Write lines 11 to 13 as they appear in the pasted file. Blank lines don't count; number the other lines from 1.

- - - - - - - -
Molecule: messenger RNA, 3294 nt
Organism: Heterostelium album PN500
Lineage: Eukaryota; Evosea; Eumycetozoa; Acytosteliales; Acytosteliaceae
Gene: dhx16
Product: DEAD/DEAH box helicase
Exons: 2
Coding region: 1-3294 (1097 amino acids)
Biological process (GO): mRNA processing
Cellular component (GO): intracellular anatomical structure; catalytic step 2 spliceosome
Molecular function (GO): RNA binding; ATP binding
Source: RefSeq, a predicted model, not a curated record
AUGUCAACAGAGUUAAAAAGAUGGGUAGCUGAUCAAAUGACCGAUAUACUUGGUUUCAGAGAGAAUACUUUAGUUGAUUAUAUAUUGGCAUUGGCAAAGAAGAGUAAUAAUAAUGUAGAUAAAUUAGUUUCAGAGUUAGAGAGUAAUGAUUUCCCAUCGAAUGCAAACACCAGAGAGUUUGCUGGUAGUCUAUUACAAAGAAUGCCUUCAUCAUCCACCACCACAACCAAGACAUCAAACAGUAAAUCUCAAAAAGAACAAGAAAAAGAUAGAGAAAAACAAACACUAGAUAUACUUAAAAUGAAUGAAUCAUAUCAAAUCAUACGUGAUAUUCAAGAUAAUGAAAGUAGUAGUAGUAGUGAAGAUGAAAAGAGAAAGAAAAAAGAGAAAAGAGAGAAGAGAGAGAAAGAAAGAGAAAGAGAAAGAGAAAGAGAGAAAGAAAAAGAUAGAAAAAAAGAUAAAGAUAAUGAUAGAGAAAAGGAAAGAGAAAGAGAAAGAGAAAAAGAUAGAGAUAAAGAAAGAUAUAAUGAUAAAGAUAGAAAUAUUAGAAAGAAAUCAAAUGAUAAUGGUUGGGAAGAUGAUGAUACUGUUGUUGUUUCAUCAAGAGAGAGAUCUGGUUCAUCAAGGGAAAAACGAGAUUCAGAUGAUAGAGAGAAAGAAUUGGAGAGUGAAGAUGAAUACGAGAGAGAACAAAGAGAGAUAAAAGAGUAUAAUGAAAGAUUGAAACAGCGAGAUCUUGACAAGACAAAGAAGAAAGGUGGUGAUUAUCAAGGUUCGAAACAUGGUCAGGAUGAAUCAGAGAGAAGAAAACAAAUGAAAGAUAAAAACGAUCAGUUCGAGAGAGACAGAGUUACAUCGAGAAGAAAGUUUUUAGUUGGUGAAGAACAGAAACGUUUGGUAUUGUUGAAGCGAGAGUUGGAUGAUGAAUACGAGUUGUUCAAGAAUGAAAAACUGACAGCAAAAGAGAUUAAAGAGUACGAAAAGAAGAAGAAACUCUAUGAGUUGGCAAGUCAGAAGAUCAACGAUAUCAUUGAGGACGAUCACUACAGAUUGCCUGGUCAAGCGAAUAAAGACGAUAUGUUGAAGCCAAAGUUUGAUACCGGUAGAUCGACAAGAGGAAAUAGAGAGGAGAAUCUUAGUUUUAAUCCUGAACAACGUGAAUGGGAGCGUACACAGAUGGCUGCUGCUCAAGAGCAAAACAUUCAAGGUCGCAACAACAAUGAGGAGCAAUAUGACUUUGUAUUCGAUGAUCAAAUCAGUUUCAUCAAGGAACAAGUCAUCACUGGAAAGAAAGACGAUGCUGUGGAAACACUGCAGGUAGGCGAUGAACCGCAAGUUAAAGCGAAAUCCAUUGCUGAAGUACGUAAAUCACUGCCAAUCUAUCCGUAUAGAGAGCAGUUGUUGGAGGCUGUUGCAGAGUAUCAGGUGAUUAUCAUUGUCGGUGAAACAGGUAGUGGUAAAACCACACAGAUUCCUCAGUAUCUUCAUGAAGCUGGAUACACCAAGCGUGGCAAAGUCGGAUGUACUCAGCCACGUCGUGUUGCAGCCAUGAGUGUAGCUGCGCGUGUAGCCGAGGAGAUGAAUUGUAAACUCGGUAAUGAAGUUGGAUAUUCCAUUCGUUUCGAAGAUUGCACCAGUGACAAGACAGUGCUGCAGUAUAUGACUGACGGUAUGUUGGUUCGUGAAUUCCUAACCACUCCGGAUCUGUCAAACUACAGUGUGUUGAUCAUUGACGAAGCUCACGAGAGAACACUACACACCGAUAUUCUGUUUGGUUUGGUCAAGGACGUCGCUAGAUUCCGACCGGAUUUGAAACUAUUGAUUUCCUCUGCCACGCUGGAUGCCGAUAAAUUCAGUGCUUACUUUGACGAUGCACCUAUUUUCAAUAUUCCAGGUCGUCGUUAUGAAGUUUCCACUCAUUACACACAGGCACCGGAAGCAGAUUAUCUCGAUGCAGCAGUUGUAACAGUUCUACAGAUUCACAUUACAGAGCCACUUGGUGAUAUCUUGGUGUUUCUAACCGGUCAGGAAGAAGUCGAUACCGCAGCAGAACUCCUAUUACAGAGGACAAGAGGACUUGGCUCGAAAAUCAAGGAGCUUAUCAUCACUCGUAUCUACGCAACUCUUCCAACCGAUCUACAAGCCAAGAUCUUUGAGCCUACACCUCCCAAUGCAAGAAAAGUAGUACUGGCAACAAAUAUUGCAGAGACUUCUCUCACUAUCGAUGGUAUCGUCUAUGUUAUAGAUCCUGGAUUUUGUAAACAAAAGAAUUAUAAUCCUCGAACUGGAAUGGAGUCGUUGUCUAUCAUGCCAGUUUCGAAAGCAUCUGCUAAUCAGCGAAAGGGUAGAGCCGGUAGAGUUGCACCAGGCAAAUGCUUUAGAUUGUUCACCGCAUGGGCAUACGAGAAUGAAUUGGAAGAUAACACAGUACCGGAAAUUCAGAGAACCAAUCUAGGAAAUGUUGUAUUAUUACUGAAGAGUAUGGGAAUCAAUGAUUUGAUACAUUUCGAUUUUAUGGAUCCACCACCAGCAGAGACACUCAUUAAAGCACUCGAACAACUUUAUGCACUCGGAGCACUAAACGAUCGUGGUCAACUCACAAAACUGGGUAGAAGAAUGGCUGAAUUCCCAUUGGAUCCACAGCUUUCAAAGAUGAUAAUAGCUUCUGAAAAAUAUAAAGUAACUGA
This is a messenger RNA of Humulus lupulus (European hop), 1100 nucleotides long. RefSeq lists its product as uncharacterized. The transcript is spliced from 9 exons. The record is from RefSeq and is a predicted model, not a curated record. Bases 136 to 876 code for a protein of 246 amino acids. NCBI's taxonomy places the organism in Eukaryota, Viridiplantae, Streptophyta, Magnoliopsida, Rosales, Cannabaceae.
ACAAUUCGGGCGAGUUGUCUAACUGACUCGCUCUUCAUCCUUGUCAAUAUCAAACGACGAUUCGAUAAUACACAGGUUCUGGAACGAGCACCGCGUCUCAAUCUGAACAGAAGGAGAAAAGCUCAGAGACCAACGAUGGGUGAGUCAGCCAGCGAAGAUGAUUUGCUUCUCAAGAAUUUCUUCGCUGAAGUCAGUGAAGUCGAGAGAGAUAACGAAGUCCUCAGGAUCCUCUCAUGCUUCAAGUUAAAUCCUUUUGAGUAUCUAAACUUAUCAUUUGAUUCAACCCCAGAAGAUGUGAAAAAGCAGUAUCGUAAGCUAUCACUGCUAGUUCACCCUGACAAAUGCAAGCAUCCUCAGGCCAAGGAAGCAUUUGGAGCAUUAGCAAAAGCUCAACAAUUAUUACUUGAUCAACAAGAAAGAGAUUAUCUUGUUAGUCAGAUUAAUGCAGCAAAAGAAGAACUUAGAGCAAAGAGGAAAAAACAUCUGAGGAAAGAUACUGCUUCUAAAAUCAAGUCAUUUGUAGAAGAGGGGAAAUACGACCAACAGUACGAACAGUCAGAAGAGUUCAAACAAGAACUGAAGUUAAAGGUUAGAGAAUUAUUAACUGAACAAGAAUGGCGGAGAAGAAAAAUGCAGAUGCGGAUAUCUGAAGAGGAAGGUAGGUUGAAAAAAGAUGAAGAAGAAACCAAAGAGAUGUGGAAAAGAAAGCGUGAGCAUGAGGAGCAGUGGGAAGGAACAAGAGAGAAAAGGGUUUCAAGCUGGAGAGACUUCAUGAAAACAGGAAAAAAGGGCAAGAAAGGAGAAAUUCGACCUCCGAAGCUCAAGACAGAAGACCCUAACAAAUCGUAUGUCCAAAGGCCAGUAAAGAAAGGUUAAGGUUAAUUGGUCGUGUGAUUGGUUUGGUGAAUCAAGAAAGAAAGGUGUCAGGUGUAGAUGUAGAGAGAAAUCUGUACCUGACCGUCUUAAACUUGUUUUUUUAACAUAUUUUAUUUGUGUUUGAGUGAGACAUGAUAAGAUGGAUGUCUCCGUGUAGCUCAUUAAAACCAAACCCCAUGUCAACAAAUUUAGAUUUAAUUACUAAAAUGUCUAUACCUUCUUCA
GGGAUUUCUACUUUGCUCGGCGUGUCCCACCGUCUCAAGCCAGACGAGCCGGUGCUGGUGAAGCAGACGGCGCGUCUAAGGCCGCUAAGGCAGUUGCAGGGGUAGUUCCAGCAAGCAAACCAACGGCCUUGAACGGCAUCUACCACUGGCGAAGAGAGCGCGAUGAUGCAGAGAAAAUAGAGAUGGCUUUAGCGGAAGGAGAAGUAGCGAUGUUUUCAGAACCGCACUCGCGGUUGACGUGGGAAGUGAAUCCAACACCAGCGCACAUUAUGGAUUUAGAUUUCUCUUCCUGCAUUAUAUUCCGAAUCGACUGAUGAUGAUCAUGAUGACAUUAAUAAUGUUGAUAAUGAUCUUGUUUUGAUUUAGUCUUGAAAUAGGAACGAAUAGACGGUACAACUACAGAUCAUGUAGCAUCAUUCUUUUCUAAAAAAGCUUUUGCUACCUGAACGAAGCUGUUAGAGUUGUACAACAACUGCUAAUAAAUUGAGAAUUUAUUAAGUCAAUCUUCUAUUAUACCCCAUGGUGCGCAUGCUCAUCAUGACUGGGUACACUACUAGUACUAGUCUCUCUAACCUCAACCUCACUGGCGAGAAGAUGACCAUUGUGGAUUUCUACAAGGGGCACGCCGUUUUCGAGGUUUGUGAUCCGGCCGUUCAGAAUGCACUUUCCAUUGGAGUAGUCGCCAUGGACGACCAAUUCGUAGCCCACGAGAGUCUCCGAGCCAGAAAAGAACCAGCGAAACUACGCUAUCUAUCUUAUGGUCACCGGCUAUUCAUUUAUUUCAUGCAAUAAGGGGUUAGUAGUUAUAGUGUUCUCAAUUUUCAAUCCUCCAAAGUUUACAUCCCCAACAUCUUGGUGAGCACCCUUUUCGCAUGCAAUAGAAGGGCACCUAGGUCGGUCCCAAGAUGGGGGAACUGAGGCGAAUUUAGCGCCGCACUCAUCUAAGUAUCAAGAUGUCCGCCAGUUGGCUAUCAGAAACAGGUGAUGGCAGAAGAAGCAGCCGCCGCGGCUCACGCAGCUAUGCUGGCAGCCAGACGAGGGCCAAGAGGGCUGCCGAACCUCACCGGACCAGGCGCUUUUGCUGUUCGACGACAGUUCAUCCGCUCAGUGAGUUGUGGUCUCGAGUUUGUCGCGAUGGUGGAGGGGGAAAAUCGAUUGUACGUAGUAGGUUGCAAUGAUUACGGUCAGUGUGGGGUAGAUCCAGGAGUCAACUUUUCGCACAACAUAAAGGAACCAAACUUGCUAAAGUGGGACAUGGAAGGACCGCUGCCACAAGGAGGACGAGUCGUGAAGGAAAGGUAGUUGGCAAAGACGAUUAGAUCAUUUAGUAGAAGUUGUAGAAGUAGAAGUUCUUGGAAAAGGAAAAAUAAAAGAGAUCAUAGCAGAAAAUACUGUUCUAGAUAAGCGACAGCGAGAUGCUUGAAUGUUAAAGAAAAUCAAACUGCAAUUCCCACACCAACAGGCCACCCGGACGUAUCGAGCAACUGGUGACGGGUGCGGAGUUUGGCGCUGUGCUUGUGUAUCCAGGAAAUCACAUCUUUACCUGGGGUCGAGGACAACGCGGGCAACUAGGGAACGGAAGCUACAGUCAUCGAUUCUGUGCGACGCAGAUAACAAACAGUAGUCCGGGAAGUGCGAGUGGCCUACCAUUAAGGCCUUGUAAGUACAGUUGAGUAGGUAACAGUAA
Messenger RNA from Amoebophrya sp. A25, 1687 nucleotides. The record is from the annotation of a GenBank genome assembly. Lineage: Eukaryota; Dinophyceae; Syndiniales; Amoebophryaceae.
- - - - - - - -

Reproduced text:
Source: RefSeq, a predicted model, not a curated record
AUGUCAACAGAGUUAAAAAGAUGGGUAGCUGAUCAAAUGACCGAUAUACUUGGUUUCAGAGAGAAUACUUUAGUUGAUUAUAUAUUGGCAUUGGCAAAGAAGAGUAAUAAUAAUGUAGAUAAAUUAGUUUCAGAGUUAGAGAGUAAUGAUUUCCCAUCGAAUGCAAACACCAGAGAGUUUGCUGGUAGUCUAUUACAAAGAAUGCCUUCAUCAUCCACCACCACAACCAAGACAUCAAACAGUAAAUCUCAAAAAGAACAAGAAAAAGAUAGAGAAAAACAAACACUAGAUAUACUUAAAAUGAAUGAAUCAUAUCAAAUCAUACGUGAUAUUCAAGAUAAUGAAAGUAGUAGUAGUAGUGAAGAUGAAAAGAGAAAGAAAAAAGAGAAAAGAGAGAAGAGAGAGAAAGAAAGAGAAAGAGAAAGAGAAAGAGAGAAAGAAAAAGAUAGAAAAAAAGAUAAAGAUAAUGAUAGAGAAAAGGAAAGAGAAAGAGAAAGAGAAAAAGAUAGAGAUAAAGAAAGAUAUAAUGAUAAAGAUAGAAAUAUUAGAAAGAAAUCAAAUGAUAAUGGUUGGGAAGAUGAUGAUACUGUUGUUGUUUCAUCAAGAGAGAGAUCUGGUUCAUCAAGGGAAAAACGAGAUUCAGAUGAUAGAGAGAAAGAAUUGGAGAGUGAAGAUGAAUACGAGAGAGAACAAAGAGAGAUAAAAGAGUAUAAUGAAAGAUUGAAACAGCGAGAUCUUGACAAGACAAAGAAGAAAGGUGGUGAUUAUCAAGGUUCGAAACAUGGUCAGGAUGAAUCAGAGAGAAGAAAACAAAUGAAAGAUAAAAACGAUCAGUUCGAGAGAGACAGAGUUACAUCGAGAAGAAAGUUUUUAGUUGGUGAAGAACAGAAACGUUUGGUAUUGUUGAAGCGAGAGUUGGAUGAUGAAUACGAGUUGUUCAAGAAUGAAAAACUGACAGCAAAAGAGAUUAAAGAGUACGAAAAGAAGAAGAAACUCUAUGAGUUGGCAAGUCAGAAGAUCAACGAUAUCAUUGAGGACGAUCACUACAGAUUGCCUGGUCAAGCGAAUAAAGACGAUAUGUUGAAGCCAAAGUUUGAUACCGGUAGAUCGACAAGAGGAAAUAGAGAGGAGAAUCUUAGUUUUAAUCCUGAACAACGUGAAUGGGAGCGUACACAGAUGGCUGCUGCUCAAGAGCAAAACAUUCAAGGUCGCAACAACAAUGAGGAGCAAUAUGACUUUGUAUUCGAUGAUCAAAUCAGUUUCAUCAAGGAACAAGUCAUCACUGGAAAGAAAGACGAUGCUGUGGAAACACUGCAGGUAGGCGAUGAACCGCAAGUUAAAGCGAAAUCCAUUGCUGAAGUACGUAAAUCACUGCCAAUCUAUCCGUAUAGAGAGCAGUUGUUGGAGGCUGUUGCAGAGUAUCAGGUGAUUAUCAUUGUCGGUGAAACAGGUAGUGGUAAAACCACACAGAUUCCUCAGUAUCUUCAUGAAGCUGGAUACACCAAGCGUGGCAAAGUCGGAUGUACUCAGCCACGUCGUGUUGCAGCCAUGAGUGUAGCUGCGCGUGUAGCCGAGGAGAUGAAUUGUAAACUCGGUAAUGAAGUUGGAUAUUCCAUUCGUUUCGAAGAUUGCACCAGUGACAAGACAGUGCUGCAGUAUAUGACUGACGGUAUGUUGGUUCGUGAAUUCCUAACCACUCCGGAUCUGUCAAACUACAGUGUGUUGAUCAUUGACGAAGCUCACGAGAGAACACUACACACCGAUAUUCUGUUUGGUUUGGUCAAGGACGUCGCUAGAUUCCGACCGGAUUUGAAACUAUUGAUUUCCUCUGCCACGCUGGAUGCCGAUAAAUUCAGUGCUUACUUUGACGAUGCACCUAUUUUCAAUAUUCCAGGUCGUCGUUAUGAAGUUUCCACUCAUUACACACAGGCACCGGAAGCAGAUUAUCUCGAUGCAGCAGUUGUAACAGUUCUACAGAUUCACAUUACAGAGCCACUUGGUGAUAUCUUGGUGUUUCUAACCGGUCAGGAAGAAGUCGAUACCGCAGCAGAACUCCUAUUACAGAGGACAAGAGGACUUGGCUCGAAAAUCAAGGAGCUUAUCAUCACUCGUAUCUACGCAACUCUUCCAACCGAUCUACAAGCCAAGAUCUUUGAGCCUACACCUCCCAAUGCAAGAAAAGUAGUACUGGCAACAAAUAUUGCAGAGACUUCUCUCACUAUCGAUGGUAUCGUCUAUGUUAUAGAUCCUGGAUUUUGUAAACAAAAGAAUUAUAAUCCUCGAACUGGAAUGGAGUCGUUGUCUAUCAUGCCAGUUUCGAAAGCAUCUGCUAAUCAGCGAAAGGGUAGAGCCGGUAGAGUUGCACCAGGCAAAUGCUUUAGAUUGUUCACCGCAUGGGCAUACGAGAAUGAAUUGGAAGAUAACACAGUACCGGAAAUUCAGAGAACCAAUCUAGGAAAUGUUGUAUUAUUACUGAAGAGUAUGGGAAUCAAUGAUUUGAUACAUUUCGAUUUUAUGGAUCCACCACCAGCAGAGACACUCAUUAAAGCACUCGAACAACUUUAUGCACUCGGAGCACUAAACGAUCGUGGUCAACUCACAAAACUGGGUAGAAGAAUGGCUGAAUUCCCAUUGGAUCCACAGCUUUCAAAGAUGAUAAUAGCUUCUGAAAAAUAUAAAGUAACUGA
This is a messenger RNA of Humulus lupulus (European hop), 1100 nucleotides long. RefSeq lists its product as uncharacterized. The transcript is spliced from 9 exons. The record is from RefSeq and is a predicted model, not a curated record. Bases 136 to 876 code for a protein of 246 amino acids. NCBI's taxonomy places the organism in Eukaryota, Viridiplantae, Streptophyta, Magnoliopsida, Rosales, Cannabaceae.